Shutdown or meltdown: DC dilemma
I’m always fascinated by cloud outages.
With all the arguments for resilience and uptime, redundancy and adaptability, there are still times when the whole thing takes a dive.
Just such an incident occurred for Microsoft in Texas in recent weeks. As reported by The Register under the delicious headline “Thunderstruck”, lightning at a DC facility caused voltage surges that took out cooling equipment.
“This resulted in a power voltage increase that impacted cooling systems,” said Microsoft. “Automated datacenter procedures to ensure data and hardware integrity went into effect and critical hardware entered a structured power down process.”
It was deemed preferable to have a controlled shutdown rather than an uncontrolled meltdown.
As a result, some Azure and Visual Studio Teams services were impacted.
But, even in Texas, how likely would that have been?
“Intel ran experiments in the New Mexico desert that saw essentially free cooling of servers, with little filtering either, and variable humidity, increase the equipment failure rate by less than 1% — going from 3.83% to 4.64%”
What if the facility had been able to just use outside air to cool the data centre, would they have faced the same set of choices?
Texas weather for the last week or so, has been in the range of 27 to 33c. Not scorching, and not even hot by Texas standards.
Plus, by the time air is drawn in and circulated, the motion and manipulation usually results in a bit of a drop, so even at the upper range, there still should have been a cooling effect.
Current American Society of Heating, Refrigerating and Air Conditioning Engineers (ASHRAE) standards say 18 – 27c, with individual vendors varying from Oracle on the low side (21-23c) to HPE, IBM, Cisco and Dell on the high end at 27c too.
However, since 2008, experiments have shown that these are very conservative guidelines when it comes to not even survivability, but reliability.
Intel ran experiments in the New Mexico desert that saw essentially free cooling of servers, with little filtering either, and variable humidity, increase the equipment failure rate by less than 1% — going from 3.83% to 4.64%. The temperatures there climbed to 33c.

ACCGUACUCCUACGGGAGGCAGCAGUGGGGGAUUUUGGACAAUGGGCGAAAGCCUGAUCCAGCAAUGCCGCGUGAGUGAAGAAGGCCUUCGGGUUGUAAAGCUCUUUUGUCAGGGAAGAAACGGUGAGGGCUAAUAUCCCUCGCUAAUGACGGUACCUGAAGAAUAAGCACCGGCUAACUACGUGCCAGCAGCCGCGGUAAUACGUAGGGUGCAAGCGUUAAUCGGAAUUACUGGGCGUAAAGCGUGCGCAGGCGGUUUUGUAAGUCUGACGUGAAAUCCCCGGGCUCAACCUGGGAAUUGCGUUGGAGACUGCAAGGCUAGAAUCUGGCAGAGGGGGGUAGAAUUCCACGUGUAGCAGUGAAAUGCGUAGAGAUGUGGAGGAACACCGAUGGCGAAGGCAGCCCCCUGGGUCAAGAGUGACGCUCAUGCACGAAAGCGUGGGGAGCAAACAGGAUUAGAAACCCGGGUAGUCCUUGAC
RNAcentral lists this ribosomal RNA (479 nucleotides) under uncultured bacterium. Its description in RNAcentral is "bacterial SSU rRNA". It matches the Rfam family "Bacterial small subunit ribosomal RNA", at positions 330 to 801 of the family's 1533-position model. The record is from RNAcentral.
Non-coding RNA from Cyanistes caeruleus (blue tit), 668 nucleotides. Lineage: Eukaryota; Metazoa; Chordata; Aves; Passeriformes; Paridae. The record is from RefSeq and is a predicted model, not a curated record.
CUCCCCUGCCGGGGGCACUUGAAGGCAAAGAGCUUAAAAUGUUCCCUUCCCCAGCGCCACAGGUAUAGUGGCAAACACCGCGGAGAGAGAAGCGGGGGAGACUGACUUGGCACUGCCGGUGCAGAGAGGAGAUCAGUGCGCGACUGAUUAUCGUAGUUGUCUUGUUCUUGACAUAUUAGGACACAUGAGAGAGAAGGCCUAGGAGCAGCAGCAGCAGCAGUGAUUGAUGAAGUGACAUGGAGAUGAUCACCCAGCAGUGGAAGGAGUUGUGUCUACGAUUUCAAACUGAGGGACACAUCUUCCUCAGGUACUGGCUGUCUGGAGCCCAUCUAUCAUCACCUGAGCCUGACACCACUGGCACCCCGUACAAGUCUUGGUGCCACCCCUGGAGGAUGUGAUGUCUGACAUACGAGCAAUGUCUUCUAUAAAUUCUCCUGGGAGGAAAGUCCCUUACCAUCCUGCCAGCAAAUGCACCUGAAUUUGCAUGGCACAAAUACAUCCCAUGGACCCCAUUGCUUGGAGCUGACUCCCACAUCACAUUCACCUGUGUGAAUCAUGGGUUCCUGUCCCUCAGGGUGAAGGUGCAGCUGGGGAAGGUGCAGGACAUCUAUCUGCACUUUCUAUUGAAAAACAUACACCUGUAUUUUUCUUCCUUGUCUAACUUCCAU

Microsoft too, not long after, ran a server farm under canvas, through the summer and into autumn, in Redmond, and again, variable humidity and ambient temperatures did little to affect either reliability or availability, with zero failures and 100% uptime.
Since then, more scientific experiments have been carried out, and all show that inlet temperatures can be safely raise, with inherent savings.
In 2012, the University of Toronto looked specifically at component reliability in the data centre under raised temperature conditions. The conclusion was that “the effect of temperature on hardware reliability is weaker than commonly thought.”
These kinds of studies do not go unnoticed and the exascale providers reacted. Facebook in 2011 acknowledged that it was exceeding ASHRAE’s recommendations with inlet temperatures of 26 – 29c.
Google acknowledged something similar with ranges around 26.6 (80F) as it “helps with efficiency”.
Schneider Electric too has conducted studies to see what effect raising temperatures and using essentially unfiltered, unmodified air to cool data centres. In white paper #221, it concluded that there were efficiency benefits to be had without raising failures rates, but that the benefits are not linear.
The paper concludes that the cooling architecture and geographic location (specifically the temperature profile of the climate) has a significant impact on the optimal IT temperature set point, and the shape of the server fan and CFM curve are key drivers.
It says that while raising temperatures improves the chiller efficiency (by increasing economiser hours), savings can be offset by an increase in IT energy consumption as well as the air handlers.
Operating conditions such as percent load and computer room air handler (CRAH) oversizing/redundancy influence whether savings or a cost penalty are seen.
It should not be assumed that that raising the temperature is always a good thing, the paper concludes.
However, failures rates were almost entirely unaffected.
There is little doubt that conservatism rules when it comes it determining data centre operating temperatures, but repeated experimentation and study has shown that IT equipment is far more resilient and resistant to failure than has generally been the thought.
Temperature, humidity and even dust levels far higher than would be recommended can be withstood by IT equipment with little or no impact on reliability or survivability.
There is a broad window, confirmed by various vendors and researchers, that shows that savings can be made with higher temperatures, and less manipulated air.
With respect to the Microsoft Texas incident, the damage may have been such that the fans simply would not turn. However, it would appear that pure free cooling should be a back up option when chiller units fail, as the tolerance for such practices has been proven.
However, it also suggests that whoever takes the plunge to up temperatures and reduce conditioning will benefit, but what to say if a failure occurs?
How sympathetic would a CEO be if such a DC regime experienced an incident?
The jury is still out.